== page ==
Synopsis: A young Palestinian woman crosses the Israeli border illegally to find her long-lost brother, who she hopes will be her ticket to a new life far from the West Bank. When she discovers the truth behind his exiled existence, her dreams of a happy reunion are shattered, and she must face her next steps alone.
About the Team:
Christopher Manning (writer/director): Christopher is a writer and director. His films have received multiple nominations and awards, screened at over 75 festivals worldwide, and garnered millions of views online. Jamie, his 2016 debut short, was one of the 2017 #FiveFilms4Freedom. His most recent short Isha premiered at the 2018 BFI London Film Festival and has since won an ‘Audience Award’ and Jury ‘Special Mention’ at Sicilia Queer, in addition to picking up nominations at LSFF, Encounters, Outfest, Queer Lisboa and Frameline, among others. Christopher is a BFI NETWORK x BAFTA Crew scheme participant. He is an Alumnus of the Telluride Film Festival's Student Symposium and studied filmmaking at The London Film School. His debut feature is in development.
Garry Paton (producer): Garry is a Scottish producer and is the founder of UK film production company, Finite Productions. He has produced an array of successful short films which have played around the world and earned accolades including Best British Short Film nominations at both Edinburgh (The Cull) and Leeds (The Crossing) International Film Festivals. In 2017, Garry produced the BFI NETWORK-funded Tom (Cambridge, RiverRun Film Festivals) and Nirpal Bhogal’s Londonstani. He recently completed Lippy by Lucy Campbell which was commissioned by Fox and played on Hulu in the US. In 2016, Garry was selected for Creative England’s Creative Producer Initiative which supported ten emerging producers as they diversified and developed their feature slates. In 2018, he was selected for Edinburgh International Film Festival’s Talent Lab and in 2019, was selected by BAFTA and BFI for the FLARE Mentorship programme, to be mentored by Oscar and BAFTA-winning producer, Iain Canning.
Laura Samara Hawa (Majdal Films, co-producer): Laura is a producer with over 15 years of experience in film production. Laura has produced and line produced across genres including short, documentary and fiction feature films. She received a diploma in Television and Cinema production from Bet Rotenberg College in Haifa. Alongside her work in films, Laura volunteers to promote social values through visual projects working with youth, women and NGOs.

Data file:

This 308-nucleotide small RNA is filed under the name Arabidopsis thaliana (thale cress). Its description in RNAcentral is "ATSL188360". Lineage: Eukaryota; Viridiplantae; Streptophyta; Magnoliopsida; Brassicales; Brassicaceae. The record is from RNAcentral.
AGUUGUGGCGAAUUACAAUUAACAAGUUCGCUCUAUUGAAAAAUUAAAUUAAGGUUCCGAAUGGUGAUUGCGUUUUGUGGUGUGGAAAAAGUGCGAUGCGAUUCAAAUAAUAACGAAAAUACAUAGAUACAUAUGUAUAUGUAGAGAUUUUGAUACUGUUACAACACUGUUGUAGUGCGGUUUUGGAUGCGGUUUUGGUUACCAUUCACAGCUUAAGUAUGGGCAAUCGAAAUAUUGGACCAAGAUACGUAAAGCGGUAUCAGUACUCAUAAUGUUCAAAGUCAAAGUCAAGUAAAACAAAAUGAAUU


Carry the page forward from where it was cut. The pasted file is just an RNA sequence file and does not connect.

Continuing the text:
Baher Agbariya (Majdal Films, co-producer): Baher is a Palestinian Producer based in Haifa. He received a diploma in Industry Management as well as a Bachelor Degree in International Business. In 2003, Baher began his career in the film industry, and has worked as a line producer for both Palestinian and Israeli films, including Academy Award-nominated Paradise Now by Hani Abu Asaad, Inheritance by Hiam Abbas, Tanathur & Thurst by Tawfiq Abu Wael, and Man without a Cell Phone by Sameh Zoabi. In 2012, he established his own production company, MAJDAL FILMS, and has been independently producing both fiction and documentary feature films ever since. Among these are several notable and prize- winning features, including Hani Abu Asaad’s films Omar (also nominated for an Academy Award) & The Idol (2015), Jesica Habie’s Mars at Sunrise and Personal Affairs (2016) by Maha Haj (Official Selection Cannes film festival, Un Certain Regard).
Team statement: "NOWHERE is a co-production between Finite Productions Scotland and Palestinian Majdal Films, exploring the roles that culture and religion play in the marginalisation and persecution of the LGTBQ+ community in one of the world’s most conflicted regions. The film reveals how familial and societal expectations burden and challenge LGBTQ+-identifying people, forcing them into sometimes excruciatingly difficult situations. Working closely with the Palestinian community to tell a pertinent and honest story, writer/ director Christopher Manning and producer Garry Paton spent a month working with filmmakers in Palestine and Israel to shoot the film. With the hard work of a strong cast (led by Israeli Academy Award winning Mouna Hawa, pictured) and crew from around the region, the film wrapped at the end of November and is now in post-production."